4. The European Procurement & Public Private Partnership Law Review, a pan-European trimestral publication, is inviting contributions (articles or case-law annotations) for its upcoming issues. Submission deadline for Issue No.3/2015 is August 3rd, 2015 and for Issue No.4/2015 is November 2nd, 2015.
  5. The UCL Journal of Law and Jurisprudence is calling submissions for the first Issue of 2016. The Journal’s Editorial Board welcomes papers covering all areas of law and jurisprudence, accepting articles of between 8,000-12,000 words, case notes of 6,000-8,000 words and book reviews of 1,000-2,000 words. The deadline for submissions is October 16th, 2015. For further information, please visit the website.
  6. Graduate School of Government and European Studies and the European Faculty of Lawis organising a 2 day Workshop on the theme ‘In Search of Basic European Values’. The Workshop will be conducted from November 20th – 21st, 2015 in Ljubljana. They are inviting abstracts for the same and interested applicants should send a 250-word abstract and a CV in narrative form by September 1st, 2015 to dignitas@fds.si. For further information, please visit the website.

Elsewhere on the Internet

  1. Tom Ginsburg, Rearmament and the Rule of Law in Japan: When Is it OK to Change the Constitution With a Statute?, The Huffington Post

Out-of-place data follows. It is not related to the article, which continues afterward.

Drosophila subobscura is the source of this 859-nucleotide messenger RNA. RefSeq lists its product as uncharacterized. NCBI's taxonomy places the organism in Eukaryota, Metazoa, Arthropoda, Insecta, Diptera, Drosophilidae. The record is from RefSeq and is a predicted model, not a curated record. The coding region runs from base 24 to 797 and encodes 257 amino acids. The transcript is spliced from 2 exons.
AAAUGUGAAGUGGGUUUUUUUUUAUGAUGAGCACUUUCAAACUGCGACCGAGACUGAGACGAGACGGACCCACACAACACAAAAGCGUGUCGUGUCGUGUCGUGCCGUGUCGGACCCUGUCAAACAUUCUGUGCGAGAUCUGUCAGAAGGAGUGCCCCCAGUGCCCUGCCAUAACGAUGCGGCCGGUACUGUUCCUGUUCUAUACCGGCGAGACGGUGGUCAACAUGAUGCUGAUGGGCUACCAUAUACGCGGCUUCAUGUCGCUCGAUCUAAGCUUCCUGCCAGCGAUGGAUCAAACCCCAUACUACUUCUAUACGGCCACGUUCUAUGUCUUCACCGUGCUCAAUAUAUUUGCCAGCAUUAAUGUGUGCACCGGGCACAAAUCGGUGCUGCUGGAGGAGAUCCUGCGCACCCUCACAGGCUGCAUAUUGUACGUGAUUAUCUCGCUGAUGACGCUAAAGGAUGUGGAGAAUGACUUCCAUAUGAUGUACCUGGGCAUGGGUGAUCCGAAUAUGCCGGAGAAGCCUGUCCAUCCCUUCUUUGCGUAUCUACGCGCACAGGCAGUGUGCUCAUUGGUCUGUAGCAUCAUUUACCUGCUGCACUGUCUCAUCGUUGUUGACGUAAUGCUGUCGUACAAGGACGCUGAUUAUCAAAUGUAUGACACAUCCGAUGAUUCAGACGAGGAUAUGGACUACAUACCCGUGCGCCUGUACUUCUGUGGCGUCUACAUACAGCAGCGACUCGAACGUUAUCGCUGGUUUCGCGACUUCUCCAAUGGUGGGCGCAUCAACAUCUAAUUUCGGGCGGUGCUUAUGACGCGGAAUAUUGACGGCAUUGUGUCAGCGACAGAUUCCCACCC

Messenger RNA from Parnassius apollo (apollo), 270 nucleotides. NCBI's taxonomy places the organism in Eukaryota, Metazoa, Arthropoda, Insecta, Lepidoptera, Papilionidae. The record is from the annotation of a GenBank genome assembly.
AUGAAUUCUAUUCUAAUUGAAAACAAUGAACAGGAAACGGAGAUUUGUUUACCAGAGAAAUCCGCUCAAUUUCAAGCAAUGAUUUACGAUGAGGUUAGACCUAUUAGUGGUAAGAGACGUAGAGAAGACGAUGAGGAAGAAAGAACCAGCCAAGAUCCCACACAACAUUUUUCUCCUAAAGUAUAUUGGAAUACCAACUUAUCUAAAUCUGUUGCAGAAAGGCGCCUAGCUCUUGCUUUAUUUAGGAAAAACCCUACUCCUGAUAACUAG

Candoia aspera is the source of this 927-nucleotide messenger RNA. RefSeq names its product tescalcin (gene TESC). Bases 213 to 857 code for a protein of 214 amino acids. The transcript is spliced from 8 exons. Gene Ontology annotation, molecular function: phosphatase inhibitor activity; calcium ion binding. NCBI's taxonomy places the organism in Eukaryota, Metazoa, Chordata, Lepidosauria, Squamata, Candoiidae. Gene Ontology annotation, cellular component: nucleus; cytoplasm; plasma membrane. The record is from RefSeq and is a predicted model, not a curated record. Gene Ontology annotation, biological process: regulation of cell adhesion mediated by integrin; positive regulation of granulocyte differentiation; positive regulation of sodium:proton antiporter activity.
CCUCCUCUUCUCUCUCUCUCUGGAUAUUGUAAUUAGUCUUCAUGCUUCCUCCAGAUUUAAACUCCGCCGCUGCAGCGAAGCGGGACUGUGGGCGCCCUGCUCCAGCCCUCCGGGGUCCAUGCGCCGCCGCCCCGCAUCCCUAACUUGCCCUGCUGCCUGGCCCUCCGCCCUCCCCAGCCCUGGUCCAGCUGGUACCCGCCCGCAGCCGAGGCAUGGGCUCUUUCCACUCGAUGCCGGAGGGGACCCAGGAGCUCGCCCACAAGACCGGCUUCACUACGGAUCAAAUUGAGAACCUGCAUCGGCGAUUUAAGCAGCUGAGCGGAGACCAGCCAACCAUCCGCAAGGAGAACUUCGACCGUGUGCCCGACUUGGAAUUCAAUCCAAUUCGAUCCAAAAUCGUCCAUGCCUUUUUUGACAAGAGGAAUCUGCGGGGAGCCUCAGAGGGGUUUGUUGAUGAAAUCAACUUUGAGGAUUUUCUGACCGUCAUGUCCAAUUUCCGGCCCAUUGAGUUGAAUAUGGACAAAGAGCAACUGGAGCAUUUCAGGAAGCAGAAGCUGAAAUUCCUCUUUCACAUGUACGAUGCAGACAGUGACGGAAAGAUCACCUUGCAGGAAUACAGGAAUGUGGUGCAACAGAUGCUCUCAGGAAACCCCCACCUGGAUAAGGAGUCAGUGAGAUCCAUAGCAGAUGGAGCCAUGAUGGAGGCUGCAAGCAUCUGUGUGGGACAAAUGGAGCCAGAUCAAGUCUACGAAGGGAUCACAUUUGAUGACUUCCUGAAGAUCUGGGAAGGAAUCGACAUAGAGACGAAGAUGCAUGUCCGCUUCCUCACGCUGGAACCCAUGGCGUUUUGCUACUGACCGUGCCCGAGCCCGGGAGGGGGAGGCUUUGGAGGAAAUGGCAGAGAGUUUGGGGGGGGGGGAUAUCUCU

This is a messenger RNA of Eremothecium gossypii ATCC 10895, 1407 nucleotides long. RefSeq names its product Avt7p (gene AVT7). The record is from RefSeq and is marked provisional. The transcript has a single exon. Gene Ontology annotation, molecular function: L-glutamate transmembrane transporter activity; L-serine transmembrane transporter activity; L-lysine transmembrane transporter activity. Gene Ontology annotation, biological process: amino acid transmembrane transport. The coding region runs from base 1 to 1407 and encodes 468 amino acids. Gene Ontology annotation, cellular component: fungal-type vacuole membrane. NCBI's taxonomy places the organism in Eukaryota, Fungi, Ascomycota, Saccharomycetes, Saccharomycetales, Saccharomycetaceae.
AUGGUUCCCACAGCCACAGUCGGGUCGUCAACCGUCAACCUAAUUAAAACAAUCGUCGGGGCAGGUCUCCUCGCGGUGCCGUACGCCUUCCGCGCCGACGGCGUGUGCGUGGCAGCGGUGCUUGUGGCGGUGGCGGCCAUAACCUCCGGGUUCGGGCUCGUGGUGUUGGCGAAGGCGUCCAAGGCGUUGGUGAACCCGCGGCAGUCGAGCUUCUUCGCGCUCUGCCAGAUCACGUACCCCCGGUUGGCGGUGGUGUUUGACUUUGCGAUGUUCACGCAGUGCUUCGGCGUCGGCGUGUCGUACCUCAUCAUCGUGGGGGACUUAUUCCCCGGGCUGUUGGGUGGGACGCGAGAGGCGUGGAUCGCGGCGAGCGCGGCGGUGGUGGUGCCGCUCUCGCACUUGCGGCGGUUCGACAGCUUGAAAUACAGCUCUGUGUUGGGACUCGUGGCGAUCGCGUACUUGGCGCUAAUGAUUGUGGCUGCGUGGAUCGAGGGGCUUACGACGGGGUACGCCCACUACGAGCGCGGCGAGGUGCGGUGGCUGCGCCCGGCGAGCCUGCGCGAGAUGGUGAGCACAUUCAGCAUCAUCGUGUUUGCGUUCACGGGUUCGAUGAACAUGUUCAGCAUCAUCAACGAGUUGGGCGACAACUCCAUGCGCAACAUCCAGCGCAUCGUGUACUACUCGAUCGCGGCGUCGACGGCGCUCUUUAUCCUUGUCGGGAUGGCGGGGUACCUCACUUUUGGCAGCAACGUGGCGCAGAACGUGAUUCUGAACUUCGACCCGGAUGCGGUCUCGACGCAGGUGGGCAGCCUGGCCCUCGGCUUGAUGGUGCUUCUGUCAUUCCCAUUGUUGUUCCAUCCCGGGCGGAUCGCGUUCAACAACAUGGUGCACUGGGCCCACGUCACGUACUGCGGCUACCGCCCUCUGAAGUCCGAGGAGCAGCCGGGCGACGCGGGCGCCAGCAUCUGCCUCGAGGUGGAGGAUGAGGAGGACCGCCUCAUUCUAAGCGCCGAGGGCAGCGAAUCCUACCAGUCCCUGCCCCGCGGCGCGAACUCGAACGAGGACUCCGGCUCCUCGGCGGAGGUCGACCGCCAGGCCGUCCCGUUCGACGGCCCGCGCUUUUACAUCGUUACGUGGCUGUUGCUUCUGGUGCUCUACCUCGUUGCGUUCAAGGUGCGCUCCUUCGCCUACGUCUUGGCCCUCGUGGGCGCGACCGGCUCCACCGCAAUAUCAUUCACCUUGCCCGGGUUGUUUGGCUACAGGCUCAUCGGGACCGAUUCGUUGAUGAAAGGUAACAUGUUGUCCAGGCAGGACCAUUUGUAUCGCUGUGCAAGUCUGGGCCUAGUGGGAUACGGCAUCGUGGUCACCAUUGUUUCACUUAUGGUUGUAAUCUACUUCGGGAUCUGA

2. David Landau, Term Limits Manipulation across Latin America – and what Constitutional Design could do about it, Constitution.net
  3. Michael Pal, Ontario court ruling on expats forgets that voting is a right, not a privilege, The Globe and Mail
  4. Lyle Denniston, Constitution Check: Is natural-born citizenship sometimes not a fundamental right?, Constitution Daily
  5. Evan Bernick, Do We Have an Amoral Constitution? A Second Reply to Kurt Lash, The Huffington Post

 

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Published on July 27, 2015
Author:          Filed under: Developments
 

The Jokowi Presidency so Far: Increasing Disregard of Indonesian Constitutionalism?

Stefanus Hendrianto, Santa Clara University School of Law

It is still fresh in our memory that the election of President Joko Widodo in 2014 was hailed internationally. Here was a down to earth politician who seemed to do a credible job in his short term as governor of Jakarta. After nine months in office, Jokowi, as he commonly known, surprisingly seems conservative and out of depth, and has had to weather some major political crises he has largely created himself. One of the major issues of Jokowi’s Presidency is that he has shown a penchant for paying too little attention to the constitutional context of his political decisions.